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10. PLANT LAYOUT INTRODUCTION The economic construction and efficient operation of a process unit will depend upon how well the plant and equipment specified on the process flowsheet is laid out and on the profitability of the project with its scope for future expansion. Plant location and site selection should be made before the plant layout. Plant location and site selection: The location of the plant has a crucial effect on the profitability of the project. The important factors that are to be considered while selecting a site are: 1. Location, with respect to market area 2. Raw material supply 3. Transport facilities 4. Availability of Labour 5. Availability of utilities 6. Availability of suitable land 7. Environmental impact and effluent disposal 8. Local community considerations 9. Climate 10. Political and strategic considerations 1. Marketing area For materials that are produced in bulk quantities, such as cement, mineral acids, and fertilizers where the cost of product per tone is relatively low and the cost of transport a significant fraction of the sales price, the plant should be located close to the primary product. This consideration will be less important for low volume production, high-priced products, such as pharmaceutical. 2. Raw materials The availability and price of suitable raw materials will often determine the site location. Plants producing bulk chemicals are best located close to the source of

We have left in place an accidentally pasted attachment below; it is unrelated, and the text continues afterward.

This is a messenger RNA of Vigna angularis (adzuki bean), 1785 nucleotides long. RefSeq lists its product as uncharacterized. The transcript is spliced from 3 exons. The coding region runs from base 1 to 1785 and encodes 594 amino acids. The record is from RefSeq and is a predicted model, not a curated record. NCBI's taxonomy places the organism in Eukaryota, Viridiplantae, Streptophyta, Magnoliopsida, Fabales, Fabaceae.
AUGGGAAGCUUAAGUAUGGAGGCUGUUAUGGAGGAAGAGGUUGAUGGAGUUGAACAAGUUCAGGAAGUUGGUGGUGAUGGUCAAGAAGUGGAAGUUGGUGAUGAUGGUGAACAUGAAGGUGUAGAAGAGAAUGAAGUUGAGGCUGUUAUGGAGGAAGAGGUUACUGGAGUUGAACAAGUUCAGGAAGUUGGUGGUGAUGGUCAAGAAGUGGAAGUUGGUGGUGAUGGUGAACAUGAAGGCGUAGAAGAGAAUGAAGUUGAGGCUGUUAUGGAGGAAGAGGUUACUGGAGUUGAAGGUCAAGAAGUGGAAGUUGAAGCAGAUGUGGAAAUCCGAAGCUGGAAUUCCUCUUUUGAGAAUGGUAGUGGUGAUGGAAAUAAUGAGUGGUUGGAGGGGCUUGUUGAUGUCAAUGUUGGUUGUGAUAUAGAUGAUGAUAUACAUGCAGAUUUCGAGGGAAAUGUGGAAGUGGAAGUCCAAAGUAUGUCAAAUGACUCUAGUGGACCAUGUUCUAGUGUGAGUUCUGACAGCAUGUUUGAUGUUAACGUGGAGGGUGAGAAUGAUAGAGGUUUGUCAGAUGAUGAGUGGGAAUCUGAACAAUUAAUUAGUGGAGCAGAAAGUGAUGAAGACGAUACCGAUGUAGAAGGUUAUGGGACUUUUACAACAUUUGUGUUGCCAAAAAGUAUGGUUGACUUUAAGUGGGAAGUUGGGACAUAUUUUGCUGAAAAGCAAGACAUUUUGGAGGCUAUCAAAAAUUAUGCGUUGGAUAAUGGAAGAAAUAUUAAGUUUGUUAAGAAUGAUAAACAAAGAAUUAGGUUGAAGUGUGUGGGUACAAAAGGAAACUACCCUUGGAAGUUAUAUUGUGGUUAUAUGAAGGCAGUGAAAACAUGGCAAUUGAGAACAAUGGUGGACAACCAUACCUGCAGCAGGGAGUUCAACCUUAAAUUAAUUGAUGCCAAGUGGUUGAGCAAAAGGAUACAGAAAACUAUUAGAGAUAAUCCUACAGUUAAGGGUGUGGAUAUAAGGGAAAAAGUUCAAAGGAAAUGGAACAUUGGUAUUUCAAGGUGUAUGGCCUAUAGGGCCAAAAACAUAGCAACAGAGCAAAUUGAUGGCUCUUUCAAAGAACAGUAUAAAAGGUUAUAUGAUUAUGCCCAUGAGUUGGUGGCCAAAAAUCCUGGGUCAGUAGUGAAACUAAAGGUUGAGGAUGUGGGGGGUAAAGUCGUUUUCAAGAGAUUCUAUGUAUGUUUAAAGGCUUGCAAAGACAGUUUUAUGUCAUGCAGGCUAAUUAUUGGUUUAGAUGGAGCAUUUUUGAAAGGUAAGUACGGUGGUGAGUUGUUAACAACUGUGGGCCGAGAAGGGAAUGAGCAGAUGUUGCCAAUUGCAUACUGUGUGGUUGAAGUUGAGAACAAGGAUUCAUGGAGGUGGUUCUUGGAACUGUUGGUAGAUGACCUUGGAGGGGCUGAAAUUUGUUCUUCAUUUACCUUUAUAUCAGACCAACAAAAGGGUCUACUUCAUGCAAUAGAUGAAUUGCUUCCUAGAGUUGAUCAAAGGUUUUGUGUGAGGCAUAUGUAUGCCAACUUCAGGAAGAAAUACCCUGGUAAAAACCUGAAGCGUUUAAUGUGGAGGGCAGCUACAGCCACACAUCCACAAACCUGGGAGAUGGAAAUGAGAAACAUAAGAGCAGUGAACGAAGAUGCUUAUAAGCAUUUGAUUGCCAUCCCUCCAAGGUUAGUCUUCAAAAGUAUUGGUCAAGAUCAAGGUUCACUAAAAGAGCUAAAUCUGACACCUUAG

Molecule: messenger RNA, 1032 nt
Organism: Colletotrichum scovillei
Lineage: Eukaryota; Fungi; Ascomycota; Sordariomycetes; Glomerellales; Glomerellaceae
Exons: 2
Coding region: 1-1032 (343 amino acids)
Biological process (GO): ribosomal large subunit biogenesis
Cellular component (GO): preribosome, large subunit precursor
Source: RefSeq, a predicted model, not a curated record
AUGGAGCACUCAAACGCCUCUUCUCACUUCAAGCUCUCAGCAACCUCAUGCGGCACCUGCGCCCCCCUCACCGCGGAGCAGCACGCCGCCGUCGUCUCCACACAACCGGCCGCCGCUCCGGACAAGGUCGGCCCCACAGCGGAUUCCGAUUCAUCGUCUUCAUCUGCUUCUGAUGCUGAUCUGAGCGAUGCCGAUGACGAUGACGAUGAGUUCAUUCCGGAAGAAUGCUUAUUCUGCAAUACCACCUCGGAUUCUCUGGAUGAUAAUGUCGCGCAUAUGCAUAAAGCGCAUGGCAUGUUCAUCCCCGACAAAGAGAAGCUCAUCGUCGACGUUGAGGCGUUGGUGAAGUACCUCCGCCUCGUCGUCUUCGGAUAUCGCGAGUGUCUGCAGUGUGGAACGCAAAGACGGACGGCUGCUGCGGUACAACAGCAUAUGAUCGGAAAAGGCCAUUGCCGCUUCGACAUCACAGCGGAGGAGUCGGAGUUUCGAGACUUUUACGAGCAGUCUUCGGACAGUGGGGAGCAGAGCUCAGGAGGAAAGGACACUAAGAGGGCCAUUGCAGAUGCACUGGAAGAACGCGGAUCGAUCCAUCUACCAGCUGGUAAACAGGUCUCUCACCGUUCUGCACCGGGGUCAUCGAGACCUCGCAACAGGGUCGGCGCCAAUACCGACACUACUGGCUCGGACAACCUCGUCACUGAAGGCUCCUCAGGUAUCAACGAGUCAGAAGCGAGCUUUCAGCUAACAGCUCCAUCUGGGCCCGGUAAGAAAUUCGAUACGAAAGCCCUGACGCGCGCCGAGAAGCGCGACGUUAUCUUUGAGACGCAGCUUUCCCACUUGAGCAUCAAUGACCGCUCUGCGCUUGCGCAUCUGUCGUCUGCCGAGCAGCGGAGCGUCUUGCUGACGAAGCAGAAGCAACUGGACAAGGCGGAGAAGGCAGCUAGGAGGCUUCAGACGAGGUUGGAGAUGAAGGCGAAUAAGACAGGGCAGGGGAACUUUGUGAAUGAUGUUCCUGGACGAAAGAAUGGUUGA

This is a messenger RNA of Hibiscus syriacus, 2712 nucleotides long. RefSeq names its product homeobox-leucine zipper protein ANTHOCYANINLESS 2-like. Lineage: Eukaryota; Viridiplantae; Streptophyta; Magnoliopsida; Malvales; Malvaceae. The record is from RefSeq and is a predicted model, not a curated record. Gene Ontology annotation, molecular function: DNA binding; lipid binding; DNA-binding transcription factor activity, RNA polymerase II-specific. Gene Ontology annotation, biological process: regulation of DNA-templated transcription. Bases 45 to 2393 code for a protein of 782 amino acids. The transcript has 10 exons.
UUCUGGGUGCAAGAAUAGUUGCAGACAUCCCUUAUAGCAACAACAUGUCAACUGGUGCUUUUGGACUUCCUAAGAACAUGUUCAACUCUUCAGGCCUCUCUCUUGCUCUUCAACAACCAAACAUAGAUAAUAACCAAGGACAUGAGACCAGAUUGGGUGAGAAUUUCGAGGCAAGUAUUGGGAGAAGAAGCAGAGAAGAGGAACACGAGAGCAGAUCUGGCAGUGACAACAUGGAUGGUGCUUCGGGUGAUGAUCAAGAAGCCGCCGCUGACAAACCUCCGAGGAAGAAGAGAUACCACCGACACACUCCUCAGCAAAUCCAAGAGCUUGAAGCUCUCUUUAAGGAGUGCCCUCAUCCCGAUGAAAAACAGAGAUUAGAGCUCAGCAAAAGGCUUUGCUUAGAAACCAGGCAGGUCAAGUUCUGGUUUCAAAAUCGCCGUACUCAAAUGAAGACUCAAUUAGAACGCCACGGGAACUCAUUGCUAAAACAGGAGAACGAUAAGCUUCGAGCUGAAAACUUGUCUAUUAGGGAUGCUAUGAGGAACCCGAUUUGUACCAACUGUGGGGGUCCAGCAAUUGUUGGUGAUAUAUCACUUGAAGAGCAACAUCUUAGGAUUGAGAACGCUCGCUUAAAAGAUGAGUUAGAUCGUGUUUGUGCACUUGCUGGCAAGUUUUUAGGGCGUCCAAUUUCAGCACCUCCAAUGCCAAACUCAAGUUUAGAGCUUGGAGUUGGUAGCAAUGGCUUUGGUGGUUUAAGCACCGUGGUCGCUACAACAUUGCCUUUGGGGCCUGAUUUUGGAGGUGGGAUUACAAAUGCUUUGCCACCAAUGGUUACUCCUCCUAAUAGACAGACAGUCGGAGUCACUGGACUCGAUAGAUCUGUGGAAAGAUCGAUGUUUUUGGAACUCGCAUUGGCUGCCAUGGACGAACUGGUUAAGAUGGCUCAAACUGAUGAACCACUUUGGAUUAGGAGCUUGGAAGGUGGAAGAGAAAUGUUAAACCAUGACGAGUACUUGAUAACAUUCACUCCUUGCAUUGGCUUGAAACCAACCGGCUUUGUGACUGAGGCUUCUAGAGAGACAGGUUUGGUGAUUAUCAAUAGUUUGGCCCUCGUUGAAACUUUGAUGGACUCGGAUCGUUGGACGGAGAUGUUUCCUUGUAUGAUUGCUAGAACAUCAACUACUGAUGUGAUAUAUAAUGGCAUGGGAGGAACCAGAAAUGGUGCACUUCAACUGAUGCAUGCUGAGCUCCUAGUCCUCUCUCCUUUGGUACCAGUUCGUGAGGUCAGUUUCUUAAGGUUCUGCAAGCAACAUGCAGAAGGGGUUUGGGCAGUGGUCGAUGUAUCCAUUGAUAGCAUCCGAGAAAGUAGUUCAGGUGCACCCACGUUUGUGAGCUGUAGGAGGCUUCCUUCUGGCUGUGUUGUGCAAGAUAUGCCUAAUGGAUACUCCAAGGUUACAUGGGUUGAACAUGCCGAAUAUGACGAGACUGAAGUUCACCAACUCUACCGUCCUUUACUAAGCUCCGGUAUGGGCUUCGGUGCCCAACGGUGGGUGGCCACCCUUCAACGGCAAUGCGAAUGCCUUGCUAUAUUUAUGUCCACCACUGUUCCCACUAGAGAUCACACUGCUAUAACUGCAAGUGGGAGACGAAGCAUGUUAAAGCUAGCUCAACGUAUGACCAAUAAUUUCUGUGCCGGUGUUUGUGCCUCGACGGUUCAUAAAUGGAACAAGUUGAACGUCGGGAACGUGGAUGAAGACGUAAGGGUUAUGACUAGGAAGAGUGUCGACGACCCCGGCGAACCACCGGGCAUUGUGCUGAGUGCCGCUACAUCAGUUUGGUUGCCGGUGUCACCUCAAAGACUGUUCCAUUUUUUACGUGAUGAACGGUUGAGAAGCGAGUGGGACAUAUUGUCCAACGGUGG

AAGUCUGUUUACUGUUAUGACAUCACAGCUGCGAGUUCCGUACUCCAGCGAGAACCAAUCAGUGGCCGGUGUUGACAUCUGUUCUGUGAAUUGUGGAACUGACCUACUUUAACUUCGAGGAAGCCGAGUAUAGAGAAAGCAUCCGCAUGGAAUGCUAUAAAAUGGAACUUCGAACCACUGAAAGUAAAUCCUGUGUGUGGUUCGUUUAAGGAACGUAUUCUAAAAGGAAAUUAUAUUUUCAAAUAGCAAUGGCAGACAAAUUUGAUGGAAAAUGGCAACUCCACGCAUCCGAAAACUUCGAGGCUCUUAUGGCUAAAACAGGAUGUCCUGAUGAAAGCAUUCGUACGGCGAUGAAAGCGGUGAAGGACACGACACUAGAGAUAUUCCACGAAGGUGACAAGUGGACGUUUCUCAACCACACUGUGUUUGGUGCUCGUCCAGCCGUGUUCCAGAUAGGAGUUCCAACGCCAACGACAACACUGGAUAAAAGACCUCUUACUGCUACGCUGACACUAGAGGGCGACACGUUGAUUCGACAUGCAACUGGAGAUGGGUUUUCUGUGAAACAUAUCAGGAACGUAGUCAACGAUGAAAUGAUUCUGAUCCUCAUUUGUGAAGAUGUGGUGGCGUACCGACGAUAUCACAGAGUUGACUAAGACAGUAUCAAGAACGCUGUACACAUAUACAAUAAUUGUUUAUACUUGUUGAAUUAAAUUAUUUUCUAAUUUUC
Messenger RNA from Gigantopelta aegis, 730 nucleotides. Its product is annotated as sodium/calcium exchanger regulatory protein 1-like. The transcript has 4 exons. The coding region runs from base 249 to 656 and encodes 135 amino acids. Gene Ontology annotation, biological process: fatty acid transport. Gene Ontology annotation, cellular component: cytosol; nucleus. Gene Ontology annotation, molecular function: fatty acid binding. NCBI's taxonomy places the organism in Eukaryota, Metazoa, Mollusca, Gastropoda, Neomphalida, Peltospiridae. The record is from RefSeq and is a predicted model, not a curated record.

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major raw material, where this is also close to the marketing area. For the production of formaldehyde the site should be preferably near a methanol plant. 3. Transport Transport of raw materials and products is an important factor to be considered. Transport of products can be in any of the four modes of transport. 4. Availability of labour Labour will be needed for construction of the plant and its operation. Skilled construction workers will usually be brought in from outside the site area, but there should be an adequate pool of unskilled labours available locally; and labour suitable for training to operate the plant. Skilled tradesman will be needed for plant maintenance. Local trade union customs and restrictive practices will have to be considered when assessing the availability and suitability of the local labour for recruitment and training. 5. Environmental impact and effluent disposal All industrial processes produce waste products, and full consideration must be given to the difficulties and cost of their disposal. The disposal of toxic and harmful effluents will be covered by the local regulations and the appropriate authorities must be consulted during the initial survey to determine the standards that must be met. 6. Local community consideration The proposed plant must fit n with and be acceptable to the local community. Full consideration must be given to the safe location of the plant so that it does not impose a significant additional risk to the community on a new site, the local community must be able to provide adequate facilities for the plant personnel. 7. Land Sufficient suitable land must be available for the proposed plant and for future expansion. The land should ideally be flat, well drained and have suitable loadbearing characteristics full site evaluation should be made to determine the need for piling or other special foundations. 8. Climate 33